The protests led by Raila have led to running battles between demonstrators and police, resulting in the loss of lives, destruction of property and schools closed.
Gachagua claimed that the paralysis cost Nairobi's city centre an estimated Sh2 billion in lost business opportunities.
The invasion of land owned by the Kenyatta family on Monday where goons felled trees and stole livestock, and the stoning of offices of East African Spectre Gas in Industrial Area, which is owned by Raila's family, threatened to fan the flames of anarchy.
Concerned clerics, politicians, and members of the international community have pushed for talks between the government and the opposition to end the protests.
Addressing the press on Wednesday, the clerics urged President Ruto to demonstrate leadership and consider a conciliatory approach.
Rev Mutahi also urged Raila to call off the demonstrations to allow for other more peaceful approaches to resolving their concerns and grievances.
Raila's meeting with the clergy came days after he told them off over their calls for him to call off the mass action and give dialogue with Ruto a chance.
The religious leaders urged the police to be disciplined and fair while dealing with protestors to ensure lives are protected, with the long-term goal of ensuring peace.
“We call upon the police to act with utmost responsibility and impartiality in discharging their mandate of protecting all Kenyans – both those participating in picketing as well as those going around with their daily routines.
“We pray that the good neighbourhood between Christians and Muslims be maintained, noting that the issues facing this country are not religious but political and economical as we seek to live in harmony and help those among us who are in need,” Rev Mutahi said.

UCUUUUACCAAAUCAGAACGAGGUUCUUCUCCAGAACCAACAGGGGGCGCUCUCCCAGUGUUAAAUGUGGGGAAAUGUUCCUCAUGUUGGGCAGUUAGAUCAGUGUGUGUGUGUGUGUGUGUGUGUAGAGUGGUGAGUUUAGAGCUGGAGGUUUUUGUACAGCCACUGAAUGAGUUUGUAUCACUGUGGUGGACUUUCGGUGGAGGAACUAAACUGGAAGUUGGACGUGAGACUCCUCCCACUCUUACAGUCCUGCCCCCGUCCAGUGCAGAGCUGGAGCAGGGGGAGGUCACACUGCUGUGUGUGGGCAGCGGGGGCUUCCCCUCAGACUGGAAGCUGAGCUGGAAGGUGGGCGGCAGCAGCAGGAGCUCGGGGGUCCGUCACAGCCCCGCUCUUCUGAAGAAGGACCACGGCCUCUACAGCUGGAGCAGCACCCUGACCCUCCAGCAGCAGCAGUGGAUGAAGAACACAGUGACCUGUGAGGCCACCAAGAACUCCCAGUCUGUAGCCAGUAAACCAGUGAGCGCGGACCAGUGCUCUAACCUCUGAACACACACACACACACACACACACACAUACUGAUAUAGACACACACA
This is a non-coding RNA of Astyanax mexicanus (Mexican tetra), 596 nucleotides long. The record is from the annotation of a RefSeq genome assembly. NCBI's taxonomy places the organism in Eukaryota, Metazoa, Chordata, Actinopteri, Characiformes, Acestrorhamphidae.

Laikipia MP Mwangi Kiunjuri also called for what he termed constructive national dialogue to resolve the economic and social stalemate.
Mr Kiunjuri said that much as he does not support demonstrations planned by the opposition, there is need for a bi-partisan approach to issues bedeviling the country, key among them constitutional reforms.
The legislator called for an open-door policy to be applied to anyone who has issues that would require to be put to a referendum to come forth and make a presentation and let Kenyans decide.
"Mimi sikubalianii na maandamano, lakini mimi nakubaliana na mabadiliko ya katiba, na hiyo lazima tutazungumzia. Raila atoke kwa barabara, na usiitishe nusu mkate. Toka kwa barabara twende Bomas tuanze mazungumzo ili ile shida iko Kenya tutatue," Kiunjuri said.
Among issues Kiunjuri wants to be addressed in a referendum is the equality of votes, where he says some Kenyans are disenfranchised.
Nandi Senator Samson Cherargei, however, ruled out the possibly of talks or a handshake.
"Raila and violence, blackmail and intimidation are in the same WhatsApp group. Whether Raila does demonstrations up to the second coming of Jesus Christ, there is no handshake," tweeted Mr Cherargei.